A comparative study on some aspects of the structural adaptations to burrowing in the rodents Tachyoryctes Splendens (Rhizomyidae) and Tatera Robusta (Cricetidae)

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University of Dar es Salaam
A comparative study of some aspects of the skeletal and muscular systems and the integument was conducted in the rodents Tachyoryctes splendens, a fossorial chisel-tooth digger and Tatera robusta a necturnal semi-fossorial scratch digger. Features of Arrvicanthis niloticus a non-burrowing rodent were included for comparison. Selected groups of muscles were dissected out, and the weight of an individual muscle was expressed as a percentage of the weight of the group in which it belonged. T. splendens exhibited the following modifications: Large incisors for digging, a heavily build skull with large squamosal bones and well-developed supraoccipital and sagittal crests. These bones provide firm and extensive attachments for the greatly enlarged Temporalis muscle which is involved in digging. The prominent suproocipital crest also provides strong attachment for the Splenius and cleidomastodeus muscles which turn and raise the head. The Coronoid processes of the mandible on which the Remporalis muscles attach, are higher than the condylar processes, thus increasing the mechanical effect of the muscle on the incisor tip. Other modifications in T. splendens include: a long clecranon process on which the Triceps muscle inserts, slightly heavier digit flexors of the palm and pes than in the other two species, in particular the Flexor digitorum profunds superficial head, Flexor digitorum sublimis, Plantaris, Flexores hallucis and digitorum longus and Tibialis posterior muscles. Also the Caudo-femoralis muscle is heavier and wider in T. splendens than in the other two species in this study. These muscles enhance the strenghth available for collecting the loosened soil, transporting it along the tunnel and kicking it out of the burrow. Eccrine glands are absent on the palms and soles of T. splendens which digs with its teeth in relatively moist soil and spends most of its time underground. They are well developed on the palms of T. robusta where their secretion increases static friction between the dry sandy particles and the palms while digging. Thus T. splendens shows considerable structural modification of the skeleton and muscles of the head in particular Temporalis muscles to suit its mode of digging. Apart from the long sharp claws of the forelimbs, T. robusta does not exhibit other obvious modifications of the skeleto-muscular system to its mode of scratch-digging. Many other modifications seen in fossorial mammals such as reduced eyes and pinnae are in contrast enlarge in T. robusta as an adaptation to living in open areas with little cover.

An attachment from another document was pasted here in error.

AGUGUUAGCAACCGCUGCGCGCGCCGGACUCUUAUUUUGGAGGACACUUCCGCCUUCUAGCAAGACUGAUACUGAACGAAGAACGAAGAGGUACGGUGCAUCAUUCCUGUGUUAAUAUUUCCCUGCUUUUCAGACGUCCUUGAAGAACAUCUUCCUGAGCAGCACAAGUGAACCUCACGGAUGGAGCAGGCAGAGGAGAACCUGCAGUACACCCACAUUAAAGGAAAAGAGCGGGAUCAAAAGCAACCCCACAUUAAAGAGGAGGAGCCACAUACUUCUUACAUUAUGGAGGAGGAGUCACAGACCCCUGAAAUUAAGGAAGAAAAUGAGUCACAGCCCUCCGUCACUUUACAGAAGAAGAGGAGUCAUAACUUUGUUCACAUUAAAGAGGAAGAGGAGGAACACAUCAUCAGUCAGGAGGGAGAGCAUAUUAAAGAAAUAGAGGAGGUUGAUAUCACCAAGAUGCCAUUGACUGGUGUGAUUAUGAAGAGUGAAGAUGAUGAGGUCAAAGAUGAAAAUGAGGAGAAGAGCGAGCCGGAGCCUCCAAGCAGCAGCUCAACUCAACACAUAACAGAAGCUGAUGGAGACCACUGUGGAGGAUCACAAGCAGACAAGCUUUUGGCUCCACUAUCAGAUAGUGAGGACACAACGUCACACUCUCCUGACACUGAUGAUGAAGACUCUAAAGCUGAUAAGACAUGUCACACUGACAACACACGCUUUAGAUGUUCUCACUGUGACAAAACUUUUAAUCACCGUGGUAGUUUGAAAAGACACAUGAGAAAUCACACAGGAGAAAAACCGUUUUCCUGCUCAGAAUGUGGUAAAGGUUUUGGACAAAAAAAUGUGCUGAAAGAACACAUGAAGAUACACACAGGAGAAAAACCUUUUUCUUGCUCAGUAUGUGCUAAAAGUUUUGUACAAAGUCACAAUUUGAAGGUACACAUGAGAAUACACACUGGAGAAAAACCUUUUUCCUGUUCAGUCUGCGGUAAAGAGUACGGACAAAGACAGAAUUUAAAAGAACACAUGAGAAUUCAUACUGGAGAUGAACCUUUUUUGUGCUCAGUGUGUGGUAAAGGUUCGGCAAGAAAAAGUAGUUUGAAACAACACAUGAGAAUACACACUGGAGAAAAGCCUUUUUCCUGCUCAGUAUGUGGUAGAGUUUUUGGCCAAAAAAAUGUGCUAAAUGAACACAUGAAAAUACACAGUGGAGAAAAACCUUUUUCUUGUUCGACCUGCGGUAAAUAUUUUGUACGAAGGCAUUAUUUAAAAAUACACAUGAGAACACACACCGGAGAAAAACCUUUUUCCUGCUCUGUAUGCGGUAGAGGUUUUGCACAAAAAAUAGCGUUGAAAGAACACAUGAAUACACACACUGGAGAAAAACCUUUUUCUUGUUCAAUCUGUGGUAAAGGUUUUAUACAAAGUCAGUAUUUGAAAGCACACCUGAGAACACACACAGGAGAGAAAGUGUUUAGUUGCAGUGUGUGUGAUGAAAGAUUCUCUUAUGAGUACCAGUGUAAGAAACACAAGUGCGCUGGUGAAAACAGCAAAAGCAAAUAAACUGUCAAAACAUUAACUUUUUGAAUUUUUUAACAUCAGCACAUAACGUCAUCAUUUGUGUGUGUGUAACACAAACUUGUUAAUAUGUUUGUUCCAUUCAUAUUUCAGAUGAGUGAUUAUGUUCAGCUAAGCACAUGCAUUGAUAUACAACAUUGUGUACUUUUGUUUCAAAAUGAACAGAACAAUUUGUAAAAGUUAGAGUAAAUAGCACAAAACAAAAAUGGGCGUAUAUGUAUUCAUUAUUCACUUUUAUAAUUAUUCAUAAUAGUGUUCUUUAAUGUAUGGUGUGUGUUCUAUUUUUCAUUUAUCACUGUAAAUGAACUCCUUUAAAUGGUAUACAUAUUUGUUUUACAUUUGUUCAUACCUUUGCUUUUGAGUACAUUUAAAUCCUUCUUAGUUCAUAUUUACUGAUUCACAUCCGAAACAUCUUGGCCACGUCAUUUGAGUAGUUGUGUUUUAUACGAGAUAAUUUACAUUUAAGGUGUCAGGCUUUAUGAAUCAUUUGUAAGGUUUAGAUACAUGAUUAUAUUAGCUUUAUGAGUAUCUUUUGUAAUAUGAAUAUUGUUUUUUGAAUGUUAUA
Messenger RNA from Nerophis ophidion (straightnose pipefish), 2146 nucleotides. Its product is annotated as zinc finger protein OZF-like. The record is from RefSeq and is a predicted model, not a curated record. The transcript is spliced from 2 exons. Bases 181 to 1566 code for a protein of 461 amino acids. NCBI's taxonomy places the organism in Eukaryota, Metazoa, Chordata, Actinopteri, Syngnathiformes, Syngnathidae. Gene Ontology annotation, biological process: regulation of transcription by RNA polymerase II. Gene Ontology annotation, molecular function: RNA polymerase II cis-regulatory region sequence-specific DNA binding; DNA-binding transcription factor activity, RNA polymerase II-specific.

Rodentia, Research, Adaptations (Biology)
Urasa, F. M. (1982) A comparative study on some aspects of the structural adaptations to burrowing in the rodents Tachyoryctes Splendens (Rhizomyidae) and Tatera Robusta (Cricetidae), Masters dissertation, University of Dar es Salaam. Available at